The Characters (Masterplots II: British and Commonwealth Fiction Series)
A principle of duality is central to McGinley’s vision in Bogmail. Thus, in effect, the novel has two central characters. Roarty is undoubtedly Bogmail’s protagonist, in the sense that he either commissions, or is actively implicated in, the story’s significant action. His destiny is twinned, however, with that of the other main character, Kenneth Potter, who in certain important respects is Roarty’s equal and opposite. The implications of such twinning may be detected, in a preliminary way, by comparing Roarty’s and Potter’s choice of profession.
In Roarty’s case, it is more relevant to the novel’s overall ambitions to regard him not simply as a publican but also as what is called in Ireland (and in the novel) a “spoiled priest.” This label is attached to somebody who failed to complete his training for the priesthood, somebody who has probably been conditioned by the clerical mentality but who has declined to function socially under the duly ordained auspices of such conditioning. By virtue of choosing such a sociocultural identity for Roarty, McGinley facilitates the reader’s understanding of his unease and incompetence regarding matters of the flesh, his commitment to mental discipline and to theoretical models of human behavior, and the prompt and absolute nature of his moral judgments. McGinley, in a deft piece of poker-faced satire, adapts the New Testament parable about the publican by making Roarty somewhat...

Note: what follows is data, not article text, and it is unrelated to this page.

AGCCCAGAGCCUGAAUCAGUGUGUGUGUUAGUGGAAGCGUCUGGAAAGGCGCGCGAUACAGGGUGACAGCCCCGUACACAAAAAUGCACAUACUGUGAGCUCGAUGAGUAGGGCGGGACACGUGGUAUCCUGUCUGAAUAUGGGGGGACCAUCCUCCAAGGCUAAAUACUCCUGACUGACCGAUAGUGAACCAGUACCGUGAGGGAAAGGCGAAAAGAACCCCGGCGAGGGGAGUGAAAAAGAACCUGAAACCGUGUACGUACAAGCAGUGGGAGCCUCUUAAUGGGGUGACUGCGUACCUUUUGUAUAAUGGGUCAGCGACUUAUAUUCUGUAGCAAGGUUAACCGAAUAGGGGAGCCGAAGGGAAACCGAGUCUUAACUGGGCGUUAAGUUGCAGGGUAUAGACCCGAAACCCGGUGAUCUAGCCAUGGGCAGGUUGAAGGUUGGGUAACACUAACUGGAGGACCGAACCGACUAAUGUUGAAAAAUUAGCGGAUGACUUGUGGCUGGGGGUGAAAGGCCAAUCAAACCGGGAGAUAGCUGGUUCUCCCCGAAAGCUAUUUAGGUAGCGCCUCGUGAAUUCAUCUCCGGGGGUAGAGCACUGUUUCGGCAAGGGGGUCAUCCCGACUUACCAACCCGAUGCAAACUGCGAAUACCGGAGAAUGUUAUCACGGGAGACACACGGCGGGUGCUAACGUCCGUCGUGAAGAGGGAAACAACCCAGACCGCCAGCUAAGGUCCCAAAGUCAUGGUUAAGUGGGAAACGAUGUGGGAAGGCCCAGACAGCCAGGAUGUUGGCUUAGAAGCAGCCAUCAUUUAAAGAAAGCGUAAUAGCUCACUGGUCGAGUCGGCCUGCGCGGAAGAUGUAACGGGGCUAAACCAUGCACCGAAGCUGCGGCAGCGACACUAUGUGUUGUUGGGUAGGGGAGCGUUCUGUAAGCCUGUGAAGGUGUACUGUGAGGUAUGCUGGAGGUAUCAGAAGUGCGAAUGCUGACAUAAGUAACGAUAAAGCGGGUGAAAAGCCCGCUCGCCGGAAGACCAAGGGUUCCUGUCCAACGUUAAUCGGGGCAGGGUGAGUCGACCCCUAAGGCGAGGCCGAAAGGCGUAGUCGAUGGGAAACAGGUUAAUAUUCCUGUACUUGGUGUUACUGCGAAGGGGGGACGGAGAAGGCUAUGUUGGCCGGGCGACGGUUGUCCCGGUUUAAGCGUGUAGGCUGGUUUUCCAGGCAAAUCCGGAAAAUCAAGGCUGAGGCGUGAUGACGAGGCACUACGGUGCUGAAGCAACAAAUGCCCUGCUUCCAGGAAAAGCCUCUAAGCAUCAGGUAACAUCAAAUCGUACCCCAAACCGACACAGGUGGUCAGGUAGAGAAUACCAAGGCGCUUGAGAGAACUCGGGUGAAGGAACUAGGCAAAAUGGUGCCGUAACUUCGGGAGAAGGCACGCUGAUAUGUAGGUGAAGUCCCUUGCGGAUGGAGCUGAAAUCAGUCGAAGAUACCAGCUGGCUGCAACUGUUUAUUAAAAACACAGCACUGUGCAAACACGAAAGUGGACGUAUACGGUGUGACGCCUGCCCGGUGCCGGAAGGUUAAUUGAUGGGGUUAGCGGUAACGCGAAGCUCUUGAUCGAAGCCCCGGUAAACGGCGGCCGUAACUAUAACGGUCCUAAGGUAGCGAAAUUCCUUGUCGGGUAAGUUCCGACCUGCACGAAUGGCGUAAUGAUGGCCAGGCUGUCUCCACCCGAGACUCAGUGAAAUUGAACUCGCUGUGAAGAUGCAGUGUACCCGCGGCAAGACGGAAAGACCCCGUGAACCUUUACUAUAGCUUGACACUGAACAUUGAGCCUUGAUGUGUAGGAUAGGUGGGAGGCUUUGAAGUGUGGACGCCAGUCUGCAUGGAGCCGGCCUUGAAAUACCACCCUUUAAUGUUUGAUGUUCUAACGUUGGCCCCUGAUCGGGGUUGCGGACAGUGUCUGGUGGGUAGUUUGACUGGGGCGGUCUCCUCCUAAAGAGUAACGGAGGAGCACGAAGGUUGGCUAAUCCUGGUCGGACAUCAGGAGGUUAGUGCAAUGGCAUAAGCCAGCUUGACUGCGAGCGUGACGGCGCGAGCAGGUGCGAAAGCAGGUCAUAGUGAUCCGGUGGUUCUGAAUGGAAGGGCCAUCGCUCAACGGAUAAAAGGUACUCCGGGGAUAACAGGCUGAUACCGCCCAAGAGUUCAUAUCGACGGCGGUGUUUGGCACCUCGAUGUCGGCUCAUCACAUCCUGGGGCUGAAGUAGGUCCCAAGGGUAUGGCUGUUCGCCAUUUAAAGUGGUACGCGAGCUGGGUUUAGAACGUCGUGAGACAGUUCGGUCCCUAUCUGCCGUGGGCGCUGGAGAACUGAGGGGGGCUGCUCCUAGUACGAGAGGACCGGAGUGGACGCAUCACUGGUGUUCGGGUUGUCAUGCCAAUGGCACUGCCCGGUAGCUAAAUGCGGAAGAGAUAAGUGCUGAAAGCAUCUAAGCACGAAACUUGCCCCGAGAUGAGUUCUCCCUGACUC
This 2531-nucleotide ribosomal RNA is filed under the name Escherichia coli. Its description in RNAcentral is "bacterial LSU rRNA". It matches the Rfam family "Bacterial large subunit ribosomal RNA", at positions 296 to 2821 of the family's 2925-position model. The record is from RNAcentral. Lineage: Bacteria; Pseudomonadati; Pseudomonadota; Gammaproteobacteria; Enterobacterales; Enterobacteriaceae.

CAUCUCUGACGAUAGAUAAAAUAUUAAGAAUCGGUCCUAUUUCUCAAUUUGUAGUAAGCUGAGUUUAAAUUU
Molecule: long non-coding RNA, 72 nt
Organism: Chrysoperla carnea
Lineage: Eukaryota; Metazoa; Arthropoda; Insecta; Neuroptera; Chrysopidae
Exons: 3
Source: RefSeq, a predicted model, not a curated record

(The entire section is 510 words.)
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Characters Discussed (Cyclopedia of Literary Characters, Revised Third Edition)
Tim Roarty, the proprietor of a pub in the County Donegal village of Glenkeel. Tall, bearded, and bald, he emits an air of pessimism, considering himself a man of action condemned to an idle existence. A former seminarian, he has been impotent since he was twenty-eight. His wife died seventeen years before the time of the story, after giving birth to a daughter, Cecily, to whom Roarty is devoted despite his not being her natural father. When barman Eamonn Eales turns his attentions to Cecily, Roarty sends the girl to London, kills his employee, and buries him in a bog, deeming this murder a triumph of intelligence. His smugness is shattered when he finds himself the victim of a blackmailer who he decides is Kenneth Potter, whom he also attempts to murder. After Roarty accidentally shoots Rory Rua, the dying man reveals that he is in fact the blackmailer.
Kenneth Potter, an Englishman living in County Donegal while working for a mining firm. The introspective Potter has become increasingly lonely since turning forty and losing his ardor for his Irish wife, who remains in Dublin. He finds himself revitalized by Irish village life and his affair with Nora Hession. Attempting to become part of the community, he leads the opposition to Canon Loftus’ replacement of the wooden altar in the village chapel with a limestone one, only to have the priest convince the villagers that Potter’s company...
(The entire section is 669 words.)